These altos that are prepared to the tunes in both Cooper’s book and James’ book, while probably made by musicians of experience and some skill, are not necessarily the productions of persons having the gift of originality in the composition of music. An alto may be an improvement to a song to some extent, and probably is; but it can hardly be said to be an original composition, at least in the sense of the copyright law. In patents we say that any improvement which a good mechanic could make is not the subject of a patent, so in music it may be said that anything which a fairly good musician can make, the same old tune being preserved, could not be the subject of a copyright.
The original Sacred Harp of 1869 and Cooper’s book of 1902, 1907, and 1909, and James’ book of 1911 are all, by agreement of counsel, before the court for examination and a part of the record in the case for present purposes. In my opinion Mr. James has not infringed any legal rights of Cooper to the Sacred Harp, or as to any alleged improvement made by Cooper in the Sacred Harp over that published in 1869.
The facts upon which the conclusion in this case is based appear clearly from the record as presented here, in connection with the different books containing the music, which are either exhibits or used on this hearing by consent of counsel; the important fact being that the altos to these tunes are mere improvements, by adding another part to sell-known, old-fashioned tunes, to which no one, so far as the tunes are concerned, claims or can claim to have any special rights whatever.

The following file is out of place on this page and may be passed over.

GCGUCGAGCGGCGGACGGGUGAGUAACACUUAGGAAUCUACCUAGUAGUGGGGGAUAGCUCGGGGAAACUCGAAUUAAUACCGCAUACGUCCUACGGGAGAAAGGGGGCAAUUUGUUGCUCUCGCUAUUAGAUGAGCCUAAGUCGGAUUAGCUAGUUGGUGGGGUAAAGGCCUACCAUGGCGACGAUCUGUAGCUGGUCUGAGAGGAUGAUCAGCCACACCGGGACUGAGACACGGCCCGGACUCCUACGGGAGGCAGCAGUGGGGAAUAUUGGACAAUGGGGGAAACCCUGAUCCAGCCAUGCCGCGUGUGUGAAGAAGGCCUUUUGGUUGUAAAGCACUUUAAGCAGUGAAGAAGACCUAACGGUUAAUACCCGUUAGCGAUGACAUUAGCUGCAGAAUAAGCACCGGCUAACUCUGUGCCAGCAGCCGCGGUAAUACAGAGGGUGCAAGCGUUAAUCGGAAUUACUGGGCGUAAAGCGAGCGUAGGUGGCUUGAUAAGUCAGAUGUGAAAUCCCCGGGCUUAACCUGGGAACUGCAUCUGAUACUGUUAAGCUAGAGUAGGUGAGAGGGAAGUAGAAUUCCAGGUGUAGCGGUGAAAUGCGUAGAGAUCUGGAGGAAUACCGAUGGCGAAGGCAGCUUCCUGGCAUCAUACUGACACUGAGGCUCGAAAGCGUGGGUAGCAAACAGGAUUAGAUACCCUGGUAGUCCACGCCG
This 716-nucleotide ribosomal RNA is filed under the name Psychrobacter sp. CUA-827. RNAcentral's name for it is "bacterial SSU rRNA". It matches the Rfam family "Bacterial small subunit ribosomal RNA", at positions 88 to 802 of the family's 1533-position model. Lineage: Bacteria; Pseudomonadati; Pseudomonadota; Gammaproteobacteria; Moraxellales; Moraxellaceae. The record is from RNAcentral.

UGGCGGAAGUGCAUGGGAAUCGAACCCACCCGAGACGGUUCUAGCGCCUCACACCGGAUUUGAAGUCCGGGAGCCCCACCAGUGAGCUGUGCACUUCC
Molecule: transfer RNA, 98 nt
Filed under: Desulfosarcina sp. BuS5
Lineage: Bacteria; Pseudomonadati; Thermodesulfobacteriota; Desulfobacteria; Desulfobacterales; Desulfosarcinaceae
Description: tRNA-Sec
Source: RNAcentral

There is a motion by the defendant to dismiss upon several grounds. The third ground of this motion is as follows:
“The alto claimed to be infringed as a matter of law is no infringement, for defendant insists that no alto to a tune already having the other three parts is copyrightable, so as to keep other composers from publishing altos to such tunes, and this is all complainant claims defendant did. He does not claim that defendant infringed on any tunes in his book that were not in the Sacred Harp in 1869, and the books by reference to them show this fact.”
In the view I have of the case, this motion should be sustained, and a decree may be entered dismissing the bill for the reason stated above; that is, that the addition of an alto to a well-known tune is not such a “substantially new and original work” as entitles the person adding such alto to a copyright.